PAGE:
“United States Supreme Court has seen fit to hold boycotts to achieve political ends are not a violation of the Sherman Act, 15 U.S.C. § 1 (1970), after which our statute is patterned. [Footnote 13] Thus, the court rejected two theories of liability that were consistent with a totally voluntary and nonviolent withholding of patronage from the white merchants.”* * * “The agreed use of illegal force, violence, and threats against the peace to achieve a goal makes the present state of facts a conspiracy. We know of no instance, and our attention has been drawn to no decision, wherein it has been adjudicated that free speech guaranteed by the First Amendment includes in its protection the right to commit crime.”

    Page 458 U. S. 894

    Of course, the petitioners in this case did more than assemble peaceably and discuss among themselves their grievances against governmental and business policy. Other elements of the boycott, however, also involved activities ordinarily safeguarded by the First Amendment. In Thornhill v. Alabama, 310 U. S. 88, the Court held that peaceful picketing was entitled to constitutional protection, even though, in that case, the purpose of the picketing

    “was concededly to advise customers and prospective customers of the relationship existing between the employer and its employees, and thereby to induce such customers not to patronize the employer.”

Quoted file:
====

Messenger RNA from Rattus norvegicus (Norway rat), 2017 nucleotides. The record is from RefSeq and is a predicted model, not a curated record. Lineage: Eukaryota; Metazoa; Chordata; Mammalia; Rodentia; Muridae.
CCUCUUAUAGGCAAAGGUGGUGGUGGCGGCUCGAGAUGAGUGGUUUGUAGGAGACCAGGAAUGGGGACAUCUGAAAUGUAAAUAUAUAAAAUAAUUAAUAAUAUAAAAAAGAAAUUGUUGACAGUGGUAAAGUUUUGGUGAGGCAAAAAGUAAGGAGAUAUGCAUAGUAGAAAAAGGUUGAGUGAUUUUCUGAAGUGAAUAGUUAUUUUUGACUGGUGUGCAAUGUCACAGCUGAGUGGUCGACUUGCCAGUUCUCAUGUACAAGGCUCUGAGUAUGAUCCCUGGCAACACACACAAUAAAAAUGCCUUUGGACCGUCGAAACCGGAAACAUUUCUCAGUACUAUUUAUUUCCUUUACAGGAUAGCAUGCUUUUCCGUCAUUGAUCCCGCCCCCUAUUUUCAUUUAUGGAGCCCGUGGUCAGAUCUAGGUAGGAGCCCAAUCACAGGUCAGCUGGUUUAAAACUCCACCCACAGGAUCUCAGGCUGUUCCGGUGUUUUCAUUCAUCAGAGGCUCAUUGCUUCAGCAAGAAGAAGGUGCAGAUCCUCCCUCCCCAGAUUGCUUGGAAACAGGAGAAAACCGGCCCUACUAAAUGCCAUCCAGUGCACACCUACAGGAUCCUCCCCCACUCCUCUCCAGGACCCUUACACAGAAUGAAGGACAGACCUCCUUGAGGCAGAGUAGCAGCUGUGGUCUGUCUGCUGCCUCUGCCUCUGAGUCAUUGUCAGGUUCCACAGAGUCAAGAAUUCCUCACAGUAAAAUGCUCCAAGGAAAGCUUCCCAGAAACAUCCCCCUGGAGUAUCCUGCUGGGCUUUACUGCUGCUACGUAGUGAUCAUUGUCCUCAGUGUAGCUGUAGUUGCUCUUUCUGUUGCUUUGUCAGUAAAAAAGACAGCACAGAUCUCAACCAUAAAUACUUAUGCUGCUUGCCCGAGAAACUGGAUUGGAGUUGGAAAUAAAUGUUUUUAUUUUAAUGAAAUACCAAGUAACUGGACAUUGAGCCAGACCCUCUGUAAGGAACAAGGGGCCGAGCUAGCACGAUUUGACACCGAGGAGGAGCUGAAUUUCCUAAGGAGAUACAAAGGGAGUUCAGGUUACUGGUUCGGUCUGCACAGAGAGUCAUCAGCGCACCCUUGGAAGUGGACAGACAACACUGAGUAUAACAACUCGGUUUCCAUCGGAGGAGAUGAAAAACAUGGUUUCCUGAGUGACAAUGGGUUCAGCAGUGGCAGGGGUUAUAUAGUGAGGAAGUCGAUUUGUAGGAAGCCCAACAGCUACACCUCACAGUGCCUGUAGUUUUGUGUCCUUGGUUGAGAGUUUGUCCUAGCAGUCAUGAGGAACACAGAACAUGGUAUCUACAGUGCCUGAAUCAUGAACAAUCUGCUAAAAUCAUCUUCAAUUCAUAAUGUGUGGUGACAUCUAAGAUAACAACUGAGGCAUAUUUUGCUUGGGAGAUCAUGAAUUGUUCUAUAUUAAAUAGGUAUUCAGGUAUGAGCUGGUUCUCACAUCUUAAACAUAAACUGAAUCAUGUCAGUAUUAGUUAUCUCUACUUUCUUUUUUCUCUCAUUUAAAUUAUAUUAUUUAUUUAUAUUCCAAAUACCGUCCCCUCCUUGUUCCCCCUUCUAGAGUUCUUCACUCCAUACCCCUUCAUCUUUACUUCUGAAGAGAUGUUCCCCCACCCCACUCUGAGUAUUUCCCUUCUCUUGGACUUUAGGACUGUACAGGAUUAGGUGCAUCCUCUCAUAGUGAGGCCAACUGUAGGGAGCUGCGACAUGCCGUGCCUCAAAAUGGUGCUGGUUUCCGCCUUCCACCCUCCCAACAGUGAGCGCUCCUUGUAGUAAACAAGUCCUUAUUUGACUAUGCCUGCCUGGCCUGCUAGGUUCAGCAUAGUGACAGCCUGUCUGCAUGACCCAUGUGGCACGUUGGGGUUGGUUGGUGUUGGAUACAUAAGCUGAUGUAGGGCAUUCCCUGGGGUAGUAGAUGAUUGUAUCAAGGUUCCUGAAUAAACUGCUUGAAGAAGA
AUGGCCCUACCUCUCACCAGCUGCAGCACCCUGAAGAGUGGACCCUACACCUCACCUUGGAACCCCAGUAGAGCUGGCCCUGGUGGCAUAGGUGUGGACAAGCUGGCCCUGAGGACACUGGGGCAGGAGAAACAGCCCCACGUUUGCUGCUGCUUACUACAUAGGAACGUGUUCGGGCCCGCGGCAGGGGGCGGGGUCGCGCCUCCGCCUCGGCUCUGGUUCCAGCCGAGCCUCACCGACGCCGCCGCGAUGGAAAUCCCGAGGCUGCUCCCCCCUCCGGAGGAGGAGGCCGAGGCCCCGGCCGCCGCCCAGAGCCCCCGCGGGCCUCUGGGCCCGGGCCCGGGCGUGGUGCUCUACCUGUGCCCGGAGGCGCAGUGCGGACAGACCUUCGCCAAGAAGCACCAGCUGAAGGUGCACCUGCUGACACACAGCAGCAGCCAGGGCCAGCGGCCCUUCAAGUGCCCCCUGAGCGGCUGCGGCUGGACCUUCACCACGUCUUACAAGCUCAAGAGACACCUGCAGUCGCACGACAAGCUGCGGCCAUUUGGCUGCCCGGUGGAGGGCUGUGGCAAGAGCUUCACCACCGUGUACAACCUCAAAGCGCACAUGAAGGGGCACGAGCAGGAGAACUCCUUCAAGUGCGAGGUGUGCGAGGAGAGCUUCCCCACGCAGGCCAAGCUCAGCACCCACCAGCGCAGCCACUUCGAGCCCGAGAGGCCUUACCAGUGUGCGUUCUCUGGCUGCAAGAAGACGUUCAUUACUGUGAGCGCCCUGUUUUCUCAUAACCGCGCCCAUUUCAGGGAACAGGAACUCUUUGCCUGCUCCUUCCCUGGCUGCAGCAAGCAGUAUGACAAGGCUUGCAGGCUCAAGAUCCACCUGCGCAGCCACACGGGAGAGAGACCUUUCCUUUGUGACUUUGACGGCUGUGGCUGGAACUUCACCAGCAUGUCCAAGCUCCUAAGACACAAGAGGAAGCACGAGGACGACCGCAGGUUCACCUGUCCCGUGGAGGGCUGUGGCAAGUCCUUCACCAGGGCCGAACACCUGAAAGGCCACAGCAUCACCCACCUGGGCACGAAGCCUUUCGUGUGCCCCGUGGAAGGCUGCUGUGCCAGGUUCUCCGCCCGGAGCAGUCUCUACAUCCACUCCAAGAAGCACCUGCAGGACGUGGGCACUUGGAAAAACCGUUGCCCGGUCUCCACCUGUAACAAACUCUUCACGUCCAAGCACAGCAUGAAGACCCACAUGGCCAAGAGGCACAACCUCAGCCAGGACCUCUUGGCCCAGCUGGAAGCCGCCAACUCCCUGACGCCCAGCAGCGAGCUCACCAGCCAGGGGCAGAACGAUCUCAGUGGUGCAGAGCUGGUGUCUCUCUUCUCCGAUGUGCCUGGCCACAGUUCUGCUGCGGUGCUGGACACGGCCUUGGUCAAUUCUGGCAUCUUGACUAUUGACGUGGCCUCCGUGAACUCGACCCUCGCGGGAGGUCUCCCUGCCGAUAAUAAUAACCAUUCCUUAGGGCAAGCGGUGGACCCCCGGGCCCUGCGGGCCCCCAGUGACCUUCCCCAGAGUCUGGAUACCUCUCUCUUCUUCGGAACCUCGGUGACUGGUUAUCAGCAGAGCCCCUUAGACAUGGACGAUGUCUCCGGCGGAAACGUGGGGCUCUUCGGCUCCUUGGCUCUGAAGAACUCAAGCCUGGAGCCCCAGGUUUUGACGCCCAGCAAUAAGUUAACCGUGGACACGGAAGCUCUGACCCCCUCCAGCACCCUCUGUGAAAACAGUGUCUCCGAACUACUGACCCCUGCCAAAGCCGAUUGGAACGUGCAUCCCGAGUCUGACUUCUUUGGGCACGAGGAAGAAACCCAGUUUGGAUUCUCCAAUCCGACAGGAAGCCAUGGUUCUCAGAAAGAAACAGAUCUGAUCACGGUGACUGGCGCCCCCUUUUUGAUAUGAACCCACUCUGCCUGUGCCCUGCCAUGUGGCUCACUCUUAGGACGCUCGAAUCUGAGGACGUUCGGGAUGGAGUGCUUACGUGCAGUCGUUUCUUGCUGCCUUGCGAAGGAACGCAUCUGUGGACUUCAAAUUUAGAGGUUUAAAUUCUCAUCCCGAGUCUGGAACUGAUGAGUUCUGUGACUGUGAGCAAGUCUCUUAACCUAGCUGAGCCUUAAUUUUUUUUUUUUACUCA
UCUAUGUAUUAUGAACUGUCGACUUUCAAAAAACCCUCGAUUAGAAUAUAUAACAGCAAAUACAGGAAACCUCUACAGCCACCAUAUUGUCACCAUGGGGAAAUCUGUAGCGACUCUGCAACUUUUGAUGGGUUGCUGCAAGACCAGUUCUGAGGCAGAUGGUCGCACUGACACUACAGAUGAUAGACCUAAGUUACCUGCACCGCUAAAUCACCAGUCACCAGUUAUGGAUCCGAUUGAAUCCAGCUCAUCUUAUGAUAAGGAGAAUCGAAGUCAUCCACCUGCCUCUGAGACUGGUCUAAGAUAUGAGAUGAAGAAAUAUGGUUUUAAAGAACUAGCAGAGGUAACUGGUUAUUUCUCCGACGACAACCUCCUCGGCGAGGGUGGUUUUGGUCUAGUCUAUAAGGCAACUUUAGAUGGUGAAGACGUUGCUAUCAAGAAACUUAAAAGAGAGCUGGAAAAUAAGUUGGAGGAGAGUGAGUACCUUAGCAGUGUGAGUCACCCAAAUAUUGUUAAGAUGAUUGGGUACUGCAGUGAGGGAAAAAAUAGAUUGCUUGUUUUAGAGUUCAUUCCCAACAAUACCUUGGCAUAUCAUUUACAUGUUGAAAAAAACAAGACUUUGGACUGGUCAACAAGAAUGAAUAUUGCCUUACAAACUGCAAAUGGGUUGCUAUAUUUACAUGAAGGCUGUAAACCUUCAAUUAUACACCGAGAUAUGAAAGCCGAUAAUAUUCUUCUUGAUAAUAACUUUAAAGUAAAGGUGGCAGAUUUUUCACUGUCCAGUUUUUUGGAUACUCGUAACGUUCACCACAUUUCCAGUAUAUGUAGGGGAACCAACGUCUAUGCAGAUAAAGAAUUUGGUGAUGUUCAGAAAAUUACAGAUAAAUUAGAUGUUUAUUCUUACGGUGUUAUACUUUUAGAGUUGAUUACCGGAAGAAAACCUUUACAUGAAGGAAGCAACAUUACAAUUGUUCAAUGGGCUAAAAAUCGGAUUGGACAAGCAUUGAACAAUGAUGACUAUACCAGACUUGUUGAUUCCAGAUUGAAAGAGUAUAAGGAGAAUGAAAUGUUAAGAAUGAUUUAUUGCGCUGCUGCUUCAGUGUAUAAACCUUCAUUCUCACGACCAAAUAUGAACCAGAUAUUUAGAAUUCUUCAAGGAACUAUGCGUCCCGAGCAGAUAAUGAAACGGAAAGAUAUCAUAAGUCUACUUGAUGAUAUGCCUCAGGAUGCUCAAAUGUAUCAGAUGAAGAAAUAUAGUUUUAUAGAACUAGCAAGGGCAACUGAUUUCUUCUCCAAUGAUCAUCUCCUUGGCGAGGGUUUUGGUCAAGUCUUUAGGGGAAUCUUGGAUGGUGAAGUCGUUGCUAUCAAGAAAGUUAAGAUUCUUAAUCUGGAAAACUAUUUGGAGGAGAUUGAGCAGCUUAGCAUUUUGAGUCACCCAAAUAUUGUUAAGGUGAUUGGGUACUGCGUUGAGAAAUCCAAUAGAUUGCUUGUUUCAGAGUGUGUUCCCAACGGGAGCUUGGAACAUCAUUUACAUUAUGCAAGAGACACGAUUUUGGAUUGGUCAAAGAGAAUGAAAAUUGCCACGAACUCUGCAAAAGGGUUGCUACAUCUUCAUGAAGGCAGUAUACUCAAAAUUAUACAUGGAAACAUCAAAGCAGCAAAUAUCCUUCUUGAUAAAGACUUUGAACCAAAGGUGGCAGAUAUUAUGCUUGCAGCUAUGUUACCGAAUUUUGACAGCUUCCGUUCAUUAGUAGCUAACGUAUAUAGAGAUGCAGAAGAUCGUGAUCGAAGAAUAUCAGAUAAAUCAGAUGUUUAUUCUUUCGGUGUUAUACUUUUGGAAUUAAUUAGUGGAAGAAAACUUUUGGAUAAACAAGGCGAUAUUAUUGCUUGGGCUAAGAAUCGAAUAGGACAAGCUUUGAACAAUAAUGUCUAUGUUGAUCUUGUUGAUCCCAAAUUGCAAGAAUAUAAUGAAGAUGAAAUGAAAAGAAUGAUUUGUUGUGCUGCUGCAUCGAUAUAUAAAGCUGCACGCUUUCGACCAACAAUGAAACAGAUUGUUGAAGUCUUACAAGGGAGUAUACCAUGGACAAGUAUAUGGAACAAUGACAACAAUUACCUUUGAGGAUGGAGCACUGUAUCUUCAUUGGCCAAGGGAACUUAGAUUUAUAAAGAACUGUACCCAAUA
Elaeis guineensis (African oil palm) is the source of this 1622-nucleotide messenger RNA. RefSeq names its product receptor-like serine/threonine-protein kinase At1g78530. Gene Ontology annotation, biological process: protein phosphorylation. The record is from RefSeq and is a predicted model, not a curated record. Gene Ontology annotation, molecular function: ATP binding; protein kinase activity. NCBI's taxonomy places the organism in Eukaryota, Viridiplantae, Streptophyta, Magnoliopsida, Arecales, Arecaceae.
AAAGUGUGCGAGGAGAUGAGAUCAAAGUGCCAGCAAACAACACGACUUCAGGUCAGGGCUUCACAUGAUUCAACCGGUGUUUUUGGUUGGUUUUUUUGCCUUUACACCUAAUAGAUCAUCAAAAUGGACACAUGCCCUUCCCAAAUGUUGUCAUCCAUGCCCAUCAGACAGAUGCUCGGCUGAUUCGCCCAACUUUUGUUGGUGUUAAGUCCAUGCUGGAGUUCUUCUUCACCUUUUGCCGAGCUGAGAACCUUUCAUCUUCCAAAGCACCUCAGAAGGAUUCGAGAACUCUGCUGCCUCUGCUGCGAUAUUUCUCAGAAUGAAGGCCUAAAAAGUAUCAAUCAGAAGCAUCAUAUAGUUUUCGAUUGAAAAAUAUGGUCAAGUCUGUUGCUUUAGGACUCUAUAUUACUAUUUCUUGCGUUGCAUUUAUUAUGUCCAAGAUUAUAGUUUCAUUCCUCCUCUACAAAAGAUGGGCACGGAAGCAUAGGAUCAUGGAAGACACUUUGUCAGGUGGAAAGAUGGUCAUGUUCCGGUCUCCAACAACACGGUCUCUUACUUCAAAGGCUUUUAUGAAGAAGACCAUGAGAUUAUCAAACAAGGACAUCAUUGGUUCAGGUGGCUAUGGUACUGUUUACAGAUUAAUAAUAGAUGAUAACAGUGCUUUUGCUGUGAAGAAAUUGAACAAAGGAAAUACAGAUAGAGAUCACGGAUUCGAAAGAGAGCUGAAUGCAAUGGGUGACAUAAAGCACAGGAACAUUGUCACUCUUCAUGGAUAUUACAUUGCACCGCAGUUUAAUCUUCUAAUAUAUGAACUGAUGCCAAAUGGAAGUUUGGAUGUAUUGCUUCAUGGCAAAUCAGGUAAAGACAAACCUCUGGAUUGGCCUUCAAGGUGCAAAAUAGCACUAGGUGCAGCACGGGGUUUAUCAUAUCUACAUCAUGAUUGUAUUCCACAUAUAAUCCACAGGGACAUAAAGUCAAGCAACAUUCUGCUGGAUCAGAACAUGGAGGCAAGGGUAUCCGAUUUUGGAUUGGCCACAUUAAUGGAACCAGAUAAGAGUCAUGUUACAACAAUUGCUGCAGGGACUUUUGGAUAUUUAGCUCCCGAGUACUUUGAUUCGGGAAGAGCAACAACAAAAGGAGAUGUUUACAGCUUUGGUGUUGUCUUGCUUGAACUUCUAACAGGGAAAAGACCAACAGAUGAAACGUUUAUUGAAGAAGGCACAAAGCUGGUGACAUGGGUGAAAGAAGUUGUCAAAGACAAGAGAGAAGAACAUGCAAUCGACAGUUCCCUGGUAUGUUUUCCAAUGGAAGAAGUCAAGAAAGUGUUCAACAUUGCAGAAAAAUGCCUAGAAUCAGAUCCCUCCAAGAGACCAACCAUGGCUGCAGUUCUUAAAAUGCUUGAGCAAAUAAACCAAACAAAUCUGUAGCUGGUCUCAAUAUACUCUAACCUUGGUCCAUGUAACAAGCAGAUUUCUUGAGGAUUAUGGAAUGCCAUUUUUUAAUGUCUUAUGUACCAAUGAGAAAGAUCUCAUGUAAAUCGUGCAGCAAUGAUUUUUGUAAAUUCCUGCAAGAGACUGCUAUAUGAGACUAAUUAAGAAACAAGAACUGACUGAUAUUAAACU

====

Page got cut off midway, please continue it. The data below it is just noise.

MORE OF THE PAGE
Page 458 U. S. 909

  9. James Canning on June 7, 2016, 1:16 pm

    “Squirming” because so many very rich American Jews want to suppress BDS, is obviously part of what obtains.

  10. annie on June 8, 2016, 11:11 am

    They took on religious Jews, they took on the French government, the French right wing.

    they didn’t ‘take on’ religious jews — please. they may have offered a little pin prick here and there, but no prostrated rabbis w/their balls hanging down and camera stuck up their ass. nothing like they did to mohammed. how can anyone take this kind of allegation seriously? and they fired one satirist for “making a joke about Nicolas Sarkozy–implying that his son planned to convert to Judaism for financial success. The cartoonist was then charged with a hate crime. ”

    “L’affaire Sine” followed the engagement of Mr Sarkozy, 22, to Jessica Sebaoun-Darty, the Jewish heiress of an electronic goods chain. Commenting on an unfounded rumour that the president’s son planned to convert to Judaism, Sine quipped: “He’ll go a long way in life, that little lad.”

    triple ouch! /NOT

    charlie hebdo were/are not equal opportunity offenders, ever

    • hophmi on June 8, 2016, 12:44 pm

      “they didn’t ‘take on’ religious jews — please. they may have offered a little pin prick here and there, but no prostrated rabbis w/their balls hanging down and camera stuck up their ass.”

      Equal opportunity would suggest that they took on Jews about a 1/10 of the time they took on Muslims, since the Muslim population of France is ten times the Jewish population, or perhaps, 1/100 of the time, since the Muslim population world wide is 100 times that of the worldwide Jewish population.

      But let’s be honest here. There’s a feeling among many Muslims that Westerners should be bound by their religious belief that the prophet should not be depicted, so whether it’s Charlie Hebdo or South Park or a newspaper, it doesn’t really matter what the context is, does it? Terrorists murdered Charlie Hebdo cartoonists over this issue and threatened to murder other journalists for depicting Mohammed.

      The OIC has attempted to create worldwide legislation enforcing that prohibition. So a comparison of Jews and Muslims is beside the point. Jews aren’t a 1/4 of humanity.